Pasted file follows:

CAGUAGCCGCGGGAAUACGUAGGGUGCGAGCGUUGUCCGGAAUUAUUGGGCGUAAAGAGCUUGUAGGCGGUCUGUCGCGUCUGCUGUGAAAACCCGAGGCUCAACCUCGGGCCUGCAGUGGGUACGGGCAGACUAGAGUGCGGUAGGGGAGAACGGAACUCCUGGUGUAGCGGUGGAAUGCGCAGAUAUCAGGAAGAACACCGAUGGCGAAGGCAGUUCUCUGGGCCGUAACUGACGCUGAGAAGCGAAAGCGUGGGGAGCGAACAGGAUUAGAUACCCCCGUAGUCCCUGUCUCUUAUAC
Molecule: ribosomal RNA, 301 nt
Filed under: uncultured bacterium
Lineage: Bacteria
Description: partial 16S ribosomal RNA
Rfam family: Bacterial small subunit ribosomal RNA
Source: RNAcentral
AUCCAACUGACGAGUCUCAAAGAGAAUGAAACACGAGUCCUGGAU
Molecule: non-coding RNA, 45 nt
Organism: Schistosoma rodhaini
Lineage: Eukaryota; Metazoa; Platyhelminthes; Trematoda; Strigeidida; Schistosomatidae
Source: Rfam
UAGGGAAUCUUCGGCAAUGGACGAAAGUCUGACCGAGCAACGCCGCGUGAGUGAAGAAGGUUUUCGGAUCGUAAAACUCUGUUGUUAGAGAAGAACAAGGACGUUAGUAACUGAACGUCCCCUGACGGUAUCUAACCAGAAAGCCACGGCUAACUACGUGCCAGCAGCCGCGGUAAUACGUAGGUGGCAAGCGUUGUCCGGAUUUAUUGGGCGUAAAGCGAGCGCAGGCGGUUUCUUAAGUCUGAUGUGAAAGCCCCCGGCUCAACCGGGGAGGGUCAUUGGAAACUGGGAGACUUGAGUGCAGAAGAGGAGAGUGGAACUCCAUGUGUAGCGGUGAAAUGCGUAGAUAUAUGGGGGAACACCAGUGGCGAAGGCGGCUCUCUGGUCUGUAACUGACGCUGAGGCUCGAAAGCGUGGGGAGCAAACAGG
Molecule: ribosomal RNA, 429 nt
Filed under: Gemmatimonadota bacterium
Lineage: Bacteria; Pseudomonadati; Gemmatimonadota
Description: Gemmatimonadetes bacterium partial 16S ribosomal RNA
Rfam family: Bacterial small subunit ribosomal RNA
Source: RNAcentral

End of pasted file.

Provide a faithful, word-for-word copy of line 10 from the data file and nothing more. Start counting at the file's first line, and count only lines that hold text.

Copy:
Organism: Schistosoma rodhaini